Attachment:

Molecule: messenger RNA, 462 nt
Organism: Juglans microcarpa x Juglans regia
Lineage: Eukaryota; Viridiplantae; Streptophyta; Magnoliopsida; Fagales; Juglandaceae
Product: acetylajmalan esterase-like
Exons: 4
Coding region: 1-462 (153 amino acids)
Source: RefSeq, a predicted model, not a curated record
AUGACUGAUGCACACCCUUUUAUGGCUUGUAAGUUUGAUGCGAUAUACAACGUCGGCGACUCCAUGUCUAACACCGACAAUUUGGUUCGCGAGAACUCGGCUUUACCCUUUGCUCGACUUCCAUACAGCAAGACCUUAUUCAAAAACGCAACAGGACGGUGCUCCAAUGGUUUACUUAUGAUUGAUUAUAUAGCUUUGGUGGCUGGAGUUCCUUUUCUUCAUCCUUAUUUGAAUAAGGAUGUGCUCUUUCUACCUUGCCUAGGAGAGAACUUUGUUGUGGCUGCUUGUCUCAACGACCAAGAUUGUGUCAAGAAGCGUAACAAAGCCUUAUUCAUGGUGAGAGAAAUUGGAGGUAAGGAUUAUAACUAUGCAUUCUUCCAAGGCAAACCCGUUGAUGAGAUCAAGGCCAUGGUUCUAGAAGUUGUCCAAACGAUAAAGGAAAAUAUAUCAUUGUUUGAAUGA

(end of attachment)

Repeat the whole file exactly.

Molecule: messenger RNA, 462 nt
Organism: Juglans microcarpa x Juglans regia
Lineage: Eukaryota; Viridiplantae; Streptophyta; Magnoliopsida; Fagales; Juglandaceae
Product: acetylajmalan esterase-like
Exons: 4
Coding region: 1-462 (153 amino acids)
Source: RefSeq, a predicted model, not a curated record
AUGACUGAUGCACACCCUUUUAUGGCUUGUAAGUUUGAUGCGAUAUACAACGUCGGCGACUCCAUGUCUAACACCGACAAUUUGGUUCGCGAGAACUCGGCUUUACCCUUUGCUCGACUUCCAUACAGCAAGACCUUAUUCAAAAACGCAACAGGACGGUGCUCCAAUGGUUUACUUAUGAUUGAUUAUAUAGCUUUGGUGGCUGGAGUUCCUUUUCUUCAUCCUUAUUUGAAUAAGGAUGUGCUCUUUCUACCUUGCCUAGGAGAGAACUUUGUUGUGGCUGCUUGUCUCAACGACCAAGAUUGUGUCAAGAAGCGUAACAAAGCCUUAUUCAUGGUGAGAGAAAUUGGAGGUAAGGAUUAUAACUAUGCAUUCUUCCAAGGCAAACCCGUUGAUGAGAUCAAGGCCAUGGUUCUAGAAGUUGUCCAAACGAUAAAGGAAAAUAUAUCAUUGUUUGAAUGA